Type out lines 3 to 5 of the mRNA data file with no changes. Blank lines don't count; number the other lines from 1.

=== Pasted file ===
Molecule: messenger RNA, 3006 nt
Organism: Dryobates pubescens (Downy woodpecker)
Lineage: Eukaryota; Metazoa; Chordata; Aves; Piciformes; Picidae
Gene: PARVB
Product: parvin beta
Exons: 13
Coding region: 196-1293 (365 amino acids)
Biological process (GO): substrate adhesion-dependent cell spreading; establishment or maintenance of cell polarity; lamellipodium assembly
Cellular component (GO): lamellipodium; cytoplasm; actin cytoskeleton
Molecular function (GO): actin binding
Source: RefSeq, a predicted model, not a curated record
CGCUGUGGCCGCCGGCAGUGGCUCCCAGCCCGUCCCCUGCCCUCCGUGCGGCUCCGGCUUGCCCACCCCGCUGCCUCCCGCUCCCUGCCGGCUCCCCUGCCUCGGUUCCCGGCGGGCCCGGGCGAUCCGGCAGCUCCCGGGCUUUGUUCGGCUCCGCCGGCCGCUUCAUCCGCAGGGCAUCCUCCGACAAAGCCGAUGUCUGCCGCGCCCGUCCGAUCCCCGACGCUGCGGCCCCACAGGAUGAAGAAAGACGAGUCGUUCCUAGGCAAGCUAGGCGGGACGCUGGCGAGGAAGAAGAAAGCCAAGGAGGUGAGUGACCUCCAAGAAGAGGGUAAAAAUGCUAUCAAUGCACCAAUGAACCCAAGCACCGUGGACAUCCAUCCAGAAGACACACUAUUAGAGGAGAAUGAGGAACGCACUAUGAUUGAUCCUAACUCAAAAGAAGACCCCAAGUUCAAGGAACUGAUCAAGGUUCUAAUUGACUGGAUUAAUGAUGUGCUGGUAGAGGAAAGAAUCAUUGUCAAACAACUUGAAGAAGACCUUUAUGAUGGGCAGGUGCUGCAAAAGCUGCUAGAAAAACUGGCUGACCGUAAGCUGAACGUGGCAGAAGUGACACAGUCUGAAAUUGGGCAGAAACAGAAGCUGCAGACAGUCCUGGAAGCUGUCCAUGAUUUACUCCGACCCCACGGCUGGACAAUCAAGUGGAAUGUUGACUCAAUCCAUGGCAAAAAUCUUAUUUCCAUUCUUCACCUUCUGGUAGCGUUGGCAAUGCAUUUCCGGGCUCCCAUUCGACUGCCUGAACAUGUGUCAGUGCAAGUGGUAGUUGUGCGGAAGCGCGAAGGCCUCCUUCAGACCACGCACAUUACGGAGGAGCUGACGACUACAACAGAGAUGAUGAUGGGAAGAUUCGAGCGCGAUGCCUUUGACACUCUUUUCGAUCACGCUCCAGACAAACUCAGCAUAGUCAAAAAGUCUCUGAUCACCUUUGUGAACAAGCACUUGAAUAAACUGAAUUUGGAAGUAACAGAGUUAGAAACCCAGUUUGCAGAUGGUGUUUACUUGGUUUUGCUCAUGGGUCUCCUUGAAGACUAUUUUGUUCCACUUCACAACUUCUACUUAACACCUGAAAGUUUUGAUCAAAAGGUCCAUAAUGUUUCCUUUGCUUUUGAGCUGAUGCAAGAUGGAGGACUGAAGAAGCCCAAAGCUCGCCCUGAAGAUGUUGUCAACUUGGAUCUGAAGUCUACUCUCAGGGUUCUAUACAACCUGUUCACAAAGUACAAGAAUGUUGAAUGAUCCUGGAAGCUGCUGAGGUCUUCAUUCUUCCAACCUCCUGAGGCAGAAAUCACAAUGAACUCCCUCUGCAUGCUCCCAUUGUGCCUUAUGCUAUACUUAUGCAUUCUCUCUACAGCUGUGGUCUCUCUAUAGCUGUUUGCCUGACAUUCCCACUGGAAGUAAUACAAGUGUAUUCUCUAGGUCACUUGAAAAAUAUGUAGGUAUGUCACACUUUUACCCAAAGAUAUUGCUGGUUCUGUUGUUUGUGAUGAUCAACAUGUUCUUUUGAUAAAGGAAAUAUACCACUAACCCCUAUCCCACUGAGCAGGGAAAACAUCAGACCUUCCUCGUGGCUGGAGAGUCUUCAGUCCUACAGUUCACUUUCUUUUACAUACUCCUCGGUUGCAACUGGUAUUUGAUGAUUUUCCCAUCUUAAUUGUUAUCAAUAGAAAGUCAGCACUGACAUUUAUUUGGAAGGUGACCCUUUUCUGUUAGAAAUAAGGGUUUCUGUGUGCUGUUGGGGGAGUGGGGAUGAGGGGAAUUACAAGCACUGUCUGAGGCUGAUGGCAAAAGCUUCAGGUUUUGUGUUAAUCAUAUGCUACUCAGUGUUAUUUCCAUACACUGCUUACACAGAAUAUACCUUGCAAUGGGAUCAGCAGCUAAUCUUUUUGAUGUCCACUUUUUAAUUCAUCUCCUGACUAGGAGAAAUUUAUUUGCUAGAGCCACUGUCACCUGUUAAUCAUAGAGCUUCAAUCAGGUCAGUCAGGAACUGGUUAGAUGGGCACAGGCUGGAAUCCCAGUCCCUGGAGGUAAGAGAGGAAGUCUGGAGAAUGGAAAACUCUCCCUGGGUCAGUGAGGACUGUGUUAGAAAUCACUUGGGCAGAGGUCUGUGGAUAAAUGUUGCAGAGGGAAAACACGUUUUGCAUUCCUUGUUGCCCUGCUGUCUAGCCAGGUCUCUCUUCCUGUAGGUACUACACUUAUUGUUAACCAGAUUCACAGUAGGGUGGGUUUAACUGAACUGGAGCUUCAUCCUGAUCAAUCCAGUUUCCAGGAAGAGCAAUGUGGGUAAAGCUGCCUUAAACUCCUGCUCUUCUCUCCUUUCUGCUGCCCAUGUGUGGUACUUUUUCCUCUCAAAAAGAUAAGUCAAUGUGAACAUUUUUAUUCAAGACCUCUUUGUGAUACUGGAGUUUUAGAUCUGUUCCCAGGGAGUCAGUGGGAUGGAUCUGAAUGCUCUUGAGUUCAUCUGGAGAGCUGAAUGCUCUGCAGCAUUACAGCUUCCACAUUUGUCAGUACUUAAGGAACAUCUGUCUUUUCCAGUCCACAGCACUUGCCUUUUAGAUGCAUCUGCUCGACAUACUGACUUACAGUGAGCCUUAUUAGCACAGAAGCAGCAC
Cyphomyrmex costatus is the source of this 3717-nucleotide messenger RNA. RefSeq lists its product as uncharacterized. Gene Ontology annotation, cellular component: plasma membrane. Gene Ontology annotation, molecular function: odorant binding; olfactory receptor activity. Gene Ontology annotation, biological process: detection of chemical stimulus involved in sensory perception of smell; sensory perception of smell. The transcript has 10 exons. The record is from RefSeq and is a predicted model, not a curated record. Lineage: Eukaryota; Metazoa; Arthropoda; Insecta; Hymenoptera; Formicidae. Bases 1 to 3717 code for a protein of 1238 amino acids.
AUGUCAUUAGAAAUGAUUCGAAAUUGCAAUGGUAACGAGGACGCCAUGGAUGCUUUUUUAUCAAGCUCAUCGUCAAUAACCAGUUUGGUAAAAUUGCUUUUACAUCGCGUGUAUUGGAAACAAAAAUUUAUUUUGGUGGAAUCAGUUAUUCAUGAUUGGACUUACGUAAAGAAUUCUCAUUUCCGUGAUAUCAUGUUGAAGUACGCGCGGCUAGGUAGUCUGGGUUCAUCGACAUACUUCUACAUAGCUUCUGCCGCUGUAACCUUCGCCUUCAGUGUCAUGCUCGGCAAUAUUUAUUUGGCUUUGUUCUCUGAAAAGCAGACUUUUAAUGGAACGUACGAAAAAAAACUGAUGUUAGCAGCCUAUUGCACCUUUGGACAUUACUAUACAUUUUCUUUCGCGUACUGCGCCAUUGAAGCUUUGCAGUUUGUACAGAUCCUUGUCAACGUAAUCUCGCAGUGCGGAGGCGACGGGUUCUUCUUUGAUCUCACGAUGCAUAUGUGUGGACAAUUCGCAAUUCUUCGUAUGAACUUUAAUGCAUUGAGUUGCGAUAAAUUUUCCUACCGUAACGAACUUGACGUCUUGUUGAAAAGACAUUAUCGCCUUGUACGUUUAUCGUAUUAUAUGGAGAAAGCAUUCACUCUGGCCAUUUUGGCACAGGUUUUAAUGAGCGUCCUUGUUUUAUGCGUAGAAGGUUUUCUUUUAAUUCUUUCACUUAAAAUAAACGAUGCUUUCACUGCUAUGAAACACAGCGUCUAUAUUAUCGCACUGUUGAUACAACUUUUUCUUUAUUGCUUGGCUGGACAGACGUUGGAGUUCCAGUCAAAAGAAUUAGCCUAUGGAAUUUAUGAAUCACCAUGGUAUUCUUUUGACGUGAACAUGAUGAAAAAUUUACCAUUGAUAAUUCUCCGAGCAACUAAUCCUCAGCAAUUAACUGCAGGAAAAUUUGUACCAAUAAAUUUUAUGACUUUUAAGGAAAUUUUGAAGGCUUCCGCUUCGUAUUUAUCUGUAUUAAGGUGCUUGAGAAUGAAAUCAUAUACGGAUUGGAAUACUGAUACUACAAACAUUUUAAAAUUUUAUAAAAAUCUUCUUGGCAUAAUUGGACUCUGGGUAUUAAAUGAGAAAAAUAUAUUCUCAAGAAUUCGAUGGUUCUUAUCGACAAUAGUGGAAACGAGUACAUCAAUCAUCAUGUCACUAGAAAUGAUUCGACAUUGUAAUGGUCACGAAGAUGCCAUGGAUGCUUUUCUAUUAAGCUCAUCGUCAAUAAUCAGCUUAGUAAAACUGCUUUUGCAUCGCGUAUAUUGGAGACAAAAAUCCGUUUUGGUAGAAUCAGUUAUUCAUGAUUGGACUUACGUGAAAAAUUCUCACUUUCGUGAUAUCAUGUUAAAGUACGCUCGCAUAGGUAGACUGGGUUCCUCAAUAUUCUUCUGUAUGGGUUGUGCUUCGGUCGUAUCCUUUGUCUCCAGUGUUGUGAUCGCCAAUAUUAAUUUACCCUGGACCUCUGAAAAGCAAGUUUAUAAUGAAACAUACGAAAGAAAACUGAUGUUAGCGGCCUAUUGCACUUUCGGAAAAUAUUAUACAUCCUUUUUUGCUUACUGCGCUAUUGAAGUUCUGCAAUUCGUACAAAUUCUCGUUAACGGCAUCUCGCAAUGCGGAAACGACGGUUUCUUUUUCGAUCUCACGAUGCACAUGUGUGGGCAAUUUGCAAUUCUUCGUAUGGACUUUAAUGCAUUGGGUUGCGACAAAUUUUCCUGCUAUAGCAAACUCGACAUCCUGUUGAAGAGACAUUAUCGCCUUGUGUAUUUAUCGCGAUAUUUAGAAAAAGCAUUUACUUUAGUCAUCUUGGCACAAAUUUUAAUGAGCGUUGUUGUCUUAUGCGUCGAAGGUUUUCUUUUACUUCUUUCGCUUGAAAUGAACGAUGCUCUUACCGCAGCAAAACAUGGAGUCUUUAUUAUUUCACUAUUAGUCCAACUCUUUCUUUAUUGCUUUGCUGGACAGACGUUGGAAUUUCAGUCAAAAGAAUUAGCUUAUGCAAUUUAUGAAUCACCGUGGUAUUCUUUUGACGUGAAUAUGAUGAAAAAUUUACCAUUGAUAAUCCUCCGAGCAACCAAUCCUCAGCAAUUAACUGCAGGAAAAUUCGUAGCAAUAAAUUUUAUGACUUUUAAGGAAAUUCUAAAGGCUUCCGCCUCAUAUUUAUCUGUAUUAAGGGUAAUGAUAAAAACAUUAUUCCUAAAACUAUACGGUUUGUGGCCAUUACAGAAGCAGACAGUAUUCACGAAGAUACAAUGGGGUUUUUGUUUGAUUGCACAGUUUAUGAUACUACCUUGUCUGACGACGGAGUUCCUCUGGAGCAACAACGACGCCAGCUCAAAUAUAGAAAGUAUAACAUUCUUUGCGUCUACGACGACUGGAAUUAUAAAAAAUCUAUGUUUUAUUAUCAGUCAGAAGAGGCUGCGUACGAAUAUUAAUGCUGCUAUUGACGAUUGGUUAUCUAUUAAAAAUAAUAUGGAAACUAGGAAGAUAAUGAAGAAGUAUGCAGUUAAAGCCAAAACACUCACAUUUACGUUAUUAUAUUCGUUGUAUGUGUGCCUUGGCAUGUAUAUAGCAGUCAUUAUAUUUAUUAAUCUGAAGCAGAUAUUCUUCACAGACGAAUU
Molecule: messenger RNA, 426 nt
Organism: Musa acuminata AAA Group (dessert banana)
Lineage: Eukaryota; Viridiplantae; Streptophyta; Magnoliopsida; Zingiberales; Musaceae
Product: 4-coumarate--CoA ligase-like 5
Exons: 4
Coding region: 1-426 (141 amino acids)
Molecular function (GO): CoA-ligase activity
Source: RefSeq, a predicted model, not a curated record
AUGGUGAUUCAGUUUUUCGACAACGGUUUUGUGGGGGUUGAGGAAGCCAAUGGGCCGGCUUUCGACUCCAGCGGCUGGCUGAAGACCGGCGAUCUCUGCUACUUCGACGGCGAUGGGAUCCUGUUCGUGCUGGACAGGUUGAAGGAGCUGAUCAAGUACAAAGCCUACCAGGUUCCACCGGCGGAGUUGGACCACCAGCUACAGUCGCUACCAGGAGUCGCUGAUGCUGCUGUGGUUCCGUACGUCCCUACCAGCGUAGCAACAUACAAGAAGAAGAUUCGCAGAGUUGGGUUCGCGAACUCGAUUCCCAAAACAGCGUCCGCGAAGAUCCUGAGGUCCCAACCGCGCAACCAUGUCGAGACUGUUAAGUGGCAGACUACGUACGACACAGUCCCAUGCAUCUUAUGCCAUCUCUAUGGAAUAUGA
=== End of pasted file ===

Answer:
Lineage: Eukaryota; Metazoa; Chordata; Aves; Piciformes; Picidae
Gene: PARVB
Product: parvin beta